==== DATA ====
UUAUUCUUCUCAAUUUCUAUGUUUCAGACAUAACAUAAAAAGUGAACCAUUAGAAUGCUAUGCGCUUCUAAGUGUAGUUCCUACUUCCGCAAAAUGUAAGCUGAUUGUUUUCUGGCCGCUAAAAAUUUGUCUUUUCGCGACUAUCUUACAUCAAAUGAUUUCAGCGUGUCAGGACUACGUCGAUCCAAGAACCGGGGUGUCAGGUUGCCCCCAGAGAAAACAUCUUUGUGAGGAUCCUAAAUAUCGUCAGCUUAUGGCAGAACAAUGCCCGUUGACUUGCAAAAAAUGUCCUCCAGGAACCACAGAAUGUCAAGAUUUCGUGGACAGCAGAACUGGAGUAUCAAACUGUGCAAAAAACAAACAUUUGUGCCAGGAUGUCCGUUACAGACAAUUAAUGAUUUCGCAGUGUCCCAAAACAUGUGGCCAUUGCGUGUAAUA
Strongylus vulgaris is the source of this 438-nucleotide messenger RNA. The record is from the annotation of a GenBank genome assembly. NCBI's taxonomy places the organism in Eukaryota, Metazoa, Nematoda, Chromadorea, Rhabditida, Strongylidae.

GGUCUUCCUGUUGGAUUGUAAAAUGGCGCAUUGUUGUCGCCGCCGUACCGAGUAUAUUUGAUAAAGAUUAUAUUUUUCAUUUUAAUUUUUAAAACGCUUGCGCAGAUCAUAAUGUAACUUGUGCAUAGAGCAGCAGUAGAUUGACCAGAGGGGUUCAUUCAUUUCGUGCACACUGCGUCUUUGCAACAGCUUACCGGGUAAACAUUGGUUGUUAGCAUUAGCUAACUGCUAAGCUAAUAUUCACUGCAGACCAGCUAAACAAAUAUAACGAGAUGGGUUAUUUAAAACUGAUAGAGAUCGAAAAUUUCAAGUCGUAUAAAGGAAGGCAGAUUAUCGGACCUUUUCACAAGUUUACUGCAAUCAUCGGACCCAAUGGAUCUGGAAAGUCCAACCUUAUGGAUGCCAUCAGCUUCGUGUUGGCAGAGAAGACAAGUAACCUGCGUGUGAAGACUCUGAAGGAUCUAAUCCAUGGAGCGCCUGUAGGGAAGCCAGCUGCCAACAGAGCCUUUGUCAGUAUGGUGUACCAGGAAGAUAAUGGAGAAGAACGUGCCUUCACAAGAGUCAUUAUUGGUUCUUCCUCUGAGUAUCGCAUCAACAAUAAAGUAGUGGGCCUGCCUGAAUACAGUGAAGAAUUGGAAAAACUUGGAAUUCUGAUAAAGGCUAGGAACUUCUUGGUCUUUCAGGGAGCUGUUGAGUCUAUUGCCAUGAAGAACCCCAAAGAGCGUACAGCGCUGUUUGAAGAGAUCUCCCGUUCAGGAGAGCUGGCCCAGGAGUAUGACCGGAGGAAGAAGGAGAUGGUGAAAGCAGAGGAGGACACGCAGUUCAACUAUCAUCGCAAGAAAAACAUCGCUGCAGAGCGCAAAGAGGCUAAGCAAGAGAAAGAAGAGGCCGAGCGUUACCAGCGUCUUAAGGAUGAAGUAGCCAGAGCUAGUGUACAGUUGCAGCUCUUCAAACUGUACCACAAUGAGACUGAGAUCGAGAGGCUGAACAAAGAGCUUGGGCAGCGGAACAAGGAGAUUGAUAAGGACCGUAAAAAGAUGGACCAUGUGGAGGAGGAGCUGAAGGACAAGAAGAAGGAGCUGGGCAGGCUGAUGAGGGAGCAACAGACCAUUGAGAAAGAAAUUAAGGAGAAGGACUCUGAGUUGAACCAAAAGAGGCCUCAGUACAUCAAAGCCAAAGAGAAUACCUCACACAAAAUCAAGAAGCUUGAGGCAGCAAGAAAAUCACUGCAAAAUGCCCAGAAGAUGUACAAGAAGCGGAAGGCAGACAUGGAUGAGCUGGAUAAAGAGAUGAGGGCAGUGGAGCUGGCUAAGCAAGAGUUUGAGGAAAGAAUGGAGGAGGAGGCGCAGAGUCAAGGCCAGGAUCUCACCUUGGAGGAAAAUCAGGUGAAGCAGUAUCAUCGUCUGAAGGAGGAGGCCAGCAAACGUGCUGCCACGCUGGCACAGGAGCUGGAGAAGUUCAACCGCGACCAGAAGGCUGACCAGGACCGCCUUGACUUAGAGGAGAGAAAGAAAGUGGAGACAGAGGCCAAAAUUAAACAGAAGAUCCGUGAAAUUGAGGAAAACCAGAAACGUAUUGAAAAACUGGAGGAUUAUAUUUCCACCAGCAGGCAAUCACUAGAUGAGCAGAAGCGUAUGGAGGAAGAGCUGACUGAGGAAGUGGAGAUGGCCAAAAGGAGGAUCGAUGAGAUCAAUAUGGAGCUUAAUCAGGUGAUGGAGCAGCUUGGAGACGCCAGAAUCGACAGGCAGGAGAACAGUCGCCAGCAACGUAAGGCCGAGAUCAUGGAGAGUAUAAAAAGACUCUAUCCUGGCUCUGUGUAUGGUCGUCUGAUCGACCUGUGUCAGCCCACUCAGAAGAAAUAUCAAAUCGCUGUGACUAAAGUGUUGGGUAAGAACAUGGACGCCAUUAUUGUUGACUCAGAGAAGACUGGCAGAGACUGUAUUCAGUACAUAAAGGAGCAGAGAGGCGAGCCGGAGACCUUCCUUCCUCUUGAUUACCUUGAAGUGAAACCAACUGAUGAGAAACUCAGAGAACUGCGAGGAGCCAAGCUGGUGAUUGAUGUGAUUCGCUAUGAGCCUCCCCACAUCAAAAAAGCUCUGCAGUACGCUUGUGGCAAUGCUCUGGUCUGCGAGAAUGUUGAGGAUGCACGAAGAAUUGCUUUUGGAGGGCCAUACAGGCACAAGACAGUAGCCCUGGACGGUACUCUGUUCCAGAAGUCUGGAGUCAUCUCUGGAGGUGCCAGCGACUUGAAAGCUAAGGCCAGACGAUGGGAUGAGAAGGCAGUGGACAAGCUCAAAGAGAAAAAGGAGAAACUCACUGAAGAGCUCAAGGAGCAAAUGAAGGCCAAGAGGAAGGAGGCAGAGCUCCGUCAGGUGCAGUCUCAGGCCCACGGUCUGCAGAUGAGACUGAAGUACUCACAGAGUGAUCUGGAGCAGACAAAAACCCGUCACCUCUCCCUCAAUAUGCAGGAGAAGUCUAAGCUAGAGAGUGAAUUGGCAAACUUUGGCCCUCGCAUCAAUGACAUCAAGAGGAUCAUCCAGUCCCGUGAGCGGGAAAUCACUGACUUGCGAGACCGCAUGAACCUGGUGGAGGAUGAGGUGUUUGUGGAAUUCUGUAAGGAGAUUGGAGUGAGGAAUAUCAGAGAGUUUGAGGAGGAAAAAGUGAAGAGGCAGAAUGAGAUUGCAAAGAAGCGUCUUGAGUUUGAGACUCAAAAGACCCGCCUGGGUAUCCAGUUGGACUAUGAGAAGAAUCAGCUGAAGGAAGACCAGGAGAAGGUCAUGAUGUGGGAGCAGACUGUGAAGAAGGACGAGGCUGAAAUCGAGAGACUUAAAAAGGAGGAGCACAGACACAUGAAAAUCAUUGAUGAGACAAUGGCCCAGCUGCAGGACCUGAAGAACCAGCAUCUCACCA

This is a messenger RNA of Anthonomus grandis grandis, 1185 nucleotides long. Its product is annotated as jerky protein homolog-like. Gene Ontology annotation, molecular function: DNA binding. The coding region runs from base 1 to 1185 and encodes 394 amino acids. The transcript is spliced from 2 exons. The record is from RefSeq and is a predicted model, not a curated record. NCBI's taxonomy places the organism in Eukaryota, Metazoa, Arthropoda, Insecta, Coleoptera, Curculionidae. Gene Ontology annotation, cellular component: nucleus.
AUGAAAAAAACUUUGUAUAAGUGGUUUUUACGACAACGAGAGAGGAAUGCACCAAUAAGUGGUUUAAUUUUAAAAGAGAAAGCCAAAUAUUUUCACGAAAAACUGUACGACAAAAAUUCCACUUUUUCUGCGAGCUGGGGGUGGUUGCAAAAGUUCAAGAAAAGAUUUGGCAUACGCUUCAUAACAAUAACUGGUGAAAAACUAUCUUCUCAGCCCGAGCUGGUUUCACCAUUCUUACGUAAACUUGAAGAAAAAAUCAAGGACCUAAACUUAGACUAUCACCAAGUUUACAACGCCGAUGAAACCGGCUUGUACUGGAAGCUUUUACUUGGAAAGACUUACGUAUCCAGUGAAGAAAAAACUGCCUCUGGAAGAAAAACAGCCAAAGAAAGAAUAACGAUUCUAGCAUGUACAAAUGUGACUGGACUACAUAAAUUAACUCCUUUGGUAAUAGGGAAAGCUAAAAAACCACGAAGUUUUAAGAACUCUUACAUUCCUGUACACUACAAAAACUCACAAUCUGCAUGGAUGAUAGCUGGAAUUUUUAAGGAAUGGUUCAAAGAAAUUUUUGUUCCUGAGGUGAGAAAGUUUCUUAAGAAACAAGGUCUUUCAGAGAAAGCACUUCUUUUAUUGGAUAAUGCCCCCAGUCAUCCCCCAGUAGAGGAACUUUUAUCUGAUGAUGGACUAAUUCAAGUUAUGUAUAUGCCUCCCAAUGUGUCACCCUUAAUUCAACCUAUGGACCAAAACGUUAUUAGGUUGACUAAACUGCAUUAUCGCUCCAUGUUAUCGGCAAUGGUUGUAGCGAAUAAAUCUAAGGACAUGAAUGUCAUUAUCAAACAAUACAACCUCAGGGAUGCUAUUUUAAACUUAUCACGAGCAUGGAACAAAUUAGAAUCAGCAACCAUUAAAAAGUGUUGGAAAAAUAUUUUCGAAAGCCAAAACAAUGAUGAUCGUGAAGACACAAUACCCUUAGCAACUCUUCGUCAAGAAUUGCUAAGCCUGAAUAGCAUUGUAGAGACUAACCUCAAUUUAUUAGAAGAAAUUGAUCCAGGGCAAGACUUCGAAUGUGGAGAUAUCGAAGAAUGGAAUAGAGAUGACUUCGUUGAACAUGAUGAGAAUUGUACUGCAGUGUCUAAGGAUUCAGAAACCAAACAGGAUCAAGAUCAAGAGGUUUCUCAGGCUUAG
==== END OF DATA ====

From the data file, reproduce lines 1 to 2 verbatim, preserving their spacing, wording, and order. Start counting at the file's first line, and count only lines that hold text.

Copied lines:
UUAUUCUUCUCAAUUUCUAUGUUUCAGACAUAACAUAAAAAGUGAACCAUUAGAAUGCUAUGCGCUUCUAAGUGUAGUUCCUACUUCCGCAAAAUGUAAGCUGAUUGUUUUCUGGCCGCUAAAAAUUUGUCUUUUCGCGACUAUCUUACAUCAAAUGAUUUCAGCGUGUCAGGACUACGUCGAUCCAAGAACCGGGGUGUCAGGUUGCCCCCAGAGAAAACAUCUUUGUGAGGAUCCUAAAUAUCGUCAGCUUAUGGCAGAACAAUGCCCGUUGACUUGCAAAAAAUGUCCUCCAGGAACCACAGAAUGUCAAGAUUUCGUGGACAGCAGAACUGGAGUAUCAAACUGUGCAAAAAACAAACAUUUGUGCCAGGAUGUCCGUUACAGACAAUUAAUGAUUUCGCAGUGUCCCAAAACAUGUGGCCAUUGCGUGUAAUA
Strongylus vulgaris is the source of this 438-nucleotide messenger RNA. The record is from the annotation of a GenBank genome assembly. NCBI's taxonomy places the organism in Eukaryota, Metazoa, Nematoda, Chromadorea, Rhabditida, Strongylidae.